Tax Analysts Blog

Why Study Combined Reporting?

Posted on Apr 13, 2016

"Yeah, we're going to study that combined reporting thing," said an Indiana legislator when asked whether he supported combined reporting. In his defense, he's not a tax guy. Perhaps the decision to study combined reporting in Indiana is a good thing. Gov. Mike Pence (R) recently signed legislation directing the Legislative Services Agency to study and report on the feasibility of adopting combined reporting.

Some of you will say that this is a smoke screen and that when the government orders something studied, it simply wants to avoid an issue. There may be some truth to that. It's not as if we don't know a lot about combined reporting. The Center on Budget and Policy Priorities has written a lot about it. The Council On State Taxation has written a lot about it. Other think tanks and academics have written about it. What could Indiana possibly learn that we don't already know? Weirdly, the decision to study combined reporting was approved unanimously in both houses -- decidedly conservative houses.

But as the quote above illustrates, most lawmakers don't really know much about combined reporting. Heck, most don't know much about the fundamentals of tax policy. So maybe some studying is in order. In this case, the bill directs the agency to evaluate the administrative costs of implementing combined reporting; estimate its fiscal impact; consider the approaches taken by other states; review other studies and reports; and review issues related to transfer pricing. Those are all good things to know.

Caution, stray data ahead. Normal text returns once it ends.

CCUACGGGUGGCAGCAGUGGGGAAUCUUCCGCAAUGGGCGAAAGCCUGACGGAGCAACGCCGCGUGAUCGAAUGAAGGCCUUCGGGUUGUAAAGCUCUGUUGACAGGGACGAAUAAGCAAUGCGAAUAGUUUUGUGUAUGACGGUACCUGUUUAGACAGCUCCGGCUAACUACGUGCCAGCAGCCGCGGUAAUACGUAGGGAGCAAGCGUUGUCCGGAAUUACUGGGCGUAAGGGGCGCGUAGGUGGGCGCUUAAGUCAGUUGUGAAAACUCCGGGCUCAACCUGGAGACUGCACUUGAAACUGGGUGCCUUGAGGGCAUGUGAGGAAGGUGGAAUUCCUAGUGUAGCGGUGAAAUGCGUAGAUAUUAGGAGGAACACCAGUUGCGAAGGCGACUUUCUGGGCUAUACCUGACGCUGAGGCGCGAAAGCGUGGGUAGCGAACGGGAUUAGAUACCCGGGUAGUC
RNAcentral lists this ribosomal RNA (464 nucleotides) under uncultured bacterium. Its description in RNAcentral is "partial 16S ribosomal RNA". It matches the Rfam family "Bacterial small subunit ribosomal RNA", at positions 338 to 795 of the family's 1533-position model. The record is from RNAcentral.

But in the end, the legislature will discover what most of us already know. Some very smart people, including some at the CBPP and Richard Pomp, think combined reporting is critical in successfully levying a corporate income tax. And other smart people, including the folks at COST, think the benefits of combined reporting are exaggerated and that there are better ways of combating planning abuse.

The question is whether studying combined reporting will lead to its adoption in Indiana. I'm in the odd position of opposing the state corporate income tax and favoring combined reporting. I have long believed that if you're going to tax corporate income, you need combined reporting. The trend in recent years has been to adopt combined reporting. I think 24 states require it. But opponents have become adept at arguing against it for economic development reasons, saying it's bad for business. That's why it's unlikely to ever pass in Indiana, regardless of how long or closely it is studied.

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